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April 04. 2012 6:09PM

Senate weighs constitutional ban on income tax

CONCORD -- Depending on their perspective, it is either the cornerstone of the “New Hampshire Advantage” or a straight-jacket on future voters and their representatives.

Supporters and opponents of CACR 13, a constitutional amendment that would ban a personal income tax spoke at a Senate hearing on Wednesday.

The House passed the measure 257-101 in January, with well more than the three-fifths majority needed to move the amendment to the Senate.

To make it onto the 2012 ballot, the Senate would have to approve the amendment by the same margin.

The measure is the latest attempt to enshrine the state's lack of a personal income tax in the constitution. Past proposals have failed to make it on the ballot.

House Majority Leader D.J. Betttencourt, R-Salem, told the Senate Internal Affairs Committee that the amendment was about “preserving the legacy of the New Hampshire Advantage.”

He added the amendment was carefully crafted.

“This has been through the House four or five times in the past, and it's gone through a maturity process,” Betttencourt said. “There might be some challenges in court, but we're confident that this has been been vetted.”

The proposed amendment states that “no new tax shall be levied upon a person's income, from whatever source it is derived.”

Bettencourt said the language did not refer to any entity other than “a human being,” and that the tax ban would also apply to personal capital gains.

Opponents of the constitutional amendment insisted that it would it stood on shaky legal ground, that it would tie the hands of future legislatures, and that it would perpetuate current problems with the state's tax structure, particularly its reliance on the property tax.

Jeff McLynch, the executive director of the New Hampshire Fiscal Policy Institute, which deals with issues facing low and middle income families, said CACR 13 would “lead to a major expansion of the judicial branch in setting tax policy in New Hampshire.”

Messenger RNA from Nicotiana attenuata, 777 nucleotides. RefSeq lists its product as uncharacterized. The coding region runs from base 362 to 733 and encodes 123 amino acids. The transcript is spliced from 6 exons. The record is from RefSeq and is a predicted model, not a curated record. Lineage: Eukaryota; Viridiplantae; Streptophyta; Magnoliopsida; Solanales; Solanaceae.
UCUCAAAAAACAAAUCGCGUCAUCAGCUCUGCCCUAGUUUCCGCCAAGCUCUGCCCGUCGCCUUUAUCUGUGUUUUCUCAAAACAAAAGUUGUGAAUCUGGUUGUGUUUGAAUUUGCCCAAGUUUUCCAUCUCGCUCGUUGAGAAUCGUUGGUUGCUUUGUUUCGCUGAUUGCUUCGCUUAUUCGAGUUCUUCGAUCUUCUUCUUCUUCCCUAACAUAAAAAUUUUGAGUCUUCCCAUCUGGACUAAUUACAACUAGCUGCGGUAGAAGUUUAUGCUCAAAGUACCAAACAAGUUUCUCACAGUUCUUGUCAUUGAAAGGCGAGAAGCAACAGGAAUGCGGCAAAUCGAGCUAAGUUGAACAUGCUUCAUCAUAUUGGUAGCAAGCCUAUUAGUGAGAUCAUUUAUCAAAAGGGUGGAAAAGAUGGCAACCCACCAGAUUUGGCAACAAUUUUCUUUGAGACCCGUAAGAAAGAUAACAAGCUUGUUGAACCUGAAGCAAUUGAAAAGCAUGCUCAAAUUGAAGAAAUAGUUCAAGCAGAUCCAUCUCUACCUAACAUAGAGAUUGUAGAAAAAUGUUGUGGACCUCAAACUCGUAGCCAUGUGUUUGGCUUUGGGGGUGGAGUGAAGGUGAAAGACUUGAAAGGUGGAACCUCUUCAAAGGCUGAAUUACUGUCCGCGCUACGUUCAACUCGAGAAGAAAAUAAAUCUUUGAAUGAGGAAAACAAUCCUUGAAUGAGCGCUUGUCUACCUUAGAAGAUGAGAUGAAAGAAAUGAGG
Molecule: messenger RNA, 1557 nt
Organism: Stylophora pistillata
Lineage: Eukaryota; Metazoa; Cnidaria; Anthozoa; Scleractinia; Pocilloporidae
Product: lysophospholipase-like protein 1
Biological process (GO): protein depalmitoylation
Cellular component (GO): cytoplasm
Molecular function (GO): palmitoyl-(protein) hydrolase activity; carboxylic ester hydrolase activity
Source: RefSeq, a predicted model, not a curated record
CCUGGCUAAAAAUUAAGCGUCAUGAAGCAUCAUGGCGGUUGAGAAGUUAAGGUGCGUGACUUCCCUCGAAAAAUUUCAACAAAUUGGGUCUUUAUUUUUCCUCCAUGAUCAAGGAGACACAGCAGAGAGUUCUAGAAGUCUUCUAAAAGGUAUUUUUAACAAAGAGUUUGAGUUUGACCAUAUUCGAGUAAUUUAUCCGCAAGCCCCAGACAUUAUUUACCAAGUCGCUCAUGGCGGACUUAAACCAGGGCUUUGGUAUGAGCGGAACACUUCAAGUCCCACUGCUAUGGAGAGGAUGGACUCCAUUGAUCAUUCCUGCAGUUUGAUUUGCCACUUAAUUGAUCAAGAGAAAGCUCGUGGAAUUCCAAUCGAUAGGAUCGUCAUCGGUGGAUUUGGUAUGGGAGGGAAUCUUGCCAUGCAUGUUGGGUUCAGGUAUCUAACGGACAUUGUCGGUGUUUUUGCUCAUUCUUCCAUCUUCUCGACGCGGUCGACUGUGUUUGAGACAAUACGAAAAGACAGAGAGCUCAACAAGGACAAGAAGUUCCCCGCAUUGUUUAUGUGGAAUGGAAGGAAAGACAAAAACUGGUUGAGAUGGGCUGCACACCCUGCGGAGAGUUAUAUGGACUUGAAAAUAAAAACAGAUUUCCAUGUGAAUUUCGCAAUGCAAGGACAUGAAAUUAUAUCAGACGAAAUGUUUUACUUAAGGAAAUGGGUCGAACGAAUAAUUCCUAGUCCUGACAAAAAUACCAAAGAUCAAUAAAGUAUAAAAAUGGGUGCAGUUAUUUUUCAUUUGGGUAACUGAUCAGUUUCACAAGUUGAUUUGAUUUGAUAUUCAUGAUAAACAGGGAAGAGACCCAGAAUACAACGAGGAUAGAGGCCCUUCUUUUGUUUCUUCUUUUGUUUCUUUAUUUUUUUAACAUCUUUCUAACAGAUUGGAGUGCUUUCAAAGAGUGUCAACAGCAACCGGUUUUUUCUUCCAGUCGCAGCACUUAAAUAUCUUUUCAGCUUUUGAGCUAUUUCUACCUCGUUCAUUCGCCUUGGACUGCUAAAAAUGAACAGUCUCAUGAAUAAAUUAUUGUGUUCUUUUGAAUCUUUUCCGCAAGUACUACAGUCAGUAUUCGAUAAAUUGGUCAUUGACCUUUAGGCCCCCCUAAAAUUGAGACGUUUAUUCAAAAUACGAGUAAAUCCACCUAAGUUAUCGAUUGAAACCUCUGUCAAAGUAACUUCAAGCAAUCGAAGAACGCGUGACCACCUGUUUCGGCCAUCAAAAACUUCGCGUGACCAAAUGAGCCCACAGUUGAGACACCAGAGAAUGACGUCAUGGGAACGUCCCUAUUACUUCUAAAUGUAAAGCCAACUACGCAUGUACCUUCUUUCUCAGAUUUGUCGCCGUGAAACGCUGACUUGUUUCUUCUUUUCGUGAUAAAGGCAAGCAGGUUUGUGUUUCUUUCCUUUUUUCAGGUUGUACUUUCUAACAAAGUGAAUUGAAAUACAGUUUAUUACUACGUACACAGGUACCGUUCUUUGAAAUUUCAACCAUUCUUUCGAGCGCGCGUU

Citing a study of the amendment conducted by UNH law professor Marcus Hurn, McLynch said that under New Hampshire law, “person” is understood to include business entities. Even if the law were changed to say “natural person,” Hurd wrote, “the result would be to constitutionally freeze our system of business taxes.”

Cathy Silber, the executive director of Granite State Priorities, a social advocacy group, said the amendment was unnecessary and undemocratic.

“Future voters don't need today's voters to tell them what to think,” she told the panel. “However you feel about the income tax, these decisions are the responsibility of voters.”

Rep. Kenneth Weyler, R-Kingston, one of the sponsors of the amendment, countered that “the people who are against this want to grow government.”

“Our revenue stream is very stable,” Weyler added. “An income tax would bring great volatility” to state revenues.

In addition, he said, a constitutional amendment would solidify the state's tax friendly reputation.

“People considering moving here, can say ‘Oh, they'll never have an income tax,'” he said.

CACR 13 is among nearly a dozen amendments up for consideration this session, including one that has been a high priority for the Senate, CACR 12, which seeks to rectify education funding problems in the wake of the state Supreme Court's Claremont decisions.

The number of amendments prompted Senate Majority Leader Jeb Bradley, R-Wolfeboro, to ask: “If we have too many amendments on the ballot, isn't there the risk they could go down to defeat because of confusion?”

House Majority Leader Bettencourt agreed the constitutional amendments needed to be prioritized, but he said CACR 13 belongs on the shortlist.

“If you have too many constitutional amendments on the ballot, it frightens the public,” he said.

The Senate committee took no action on the amendment, nor has it been scheduled for a vote at this time.


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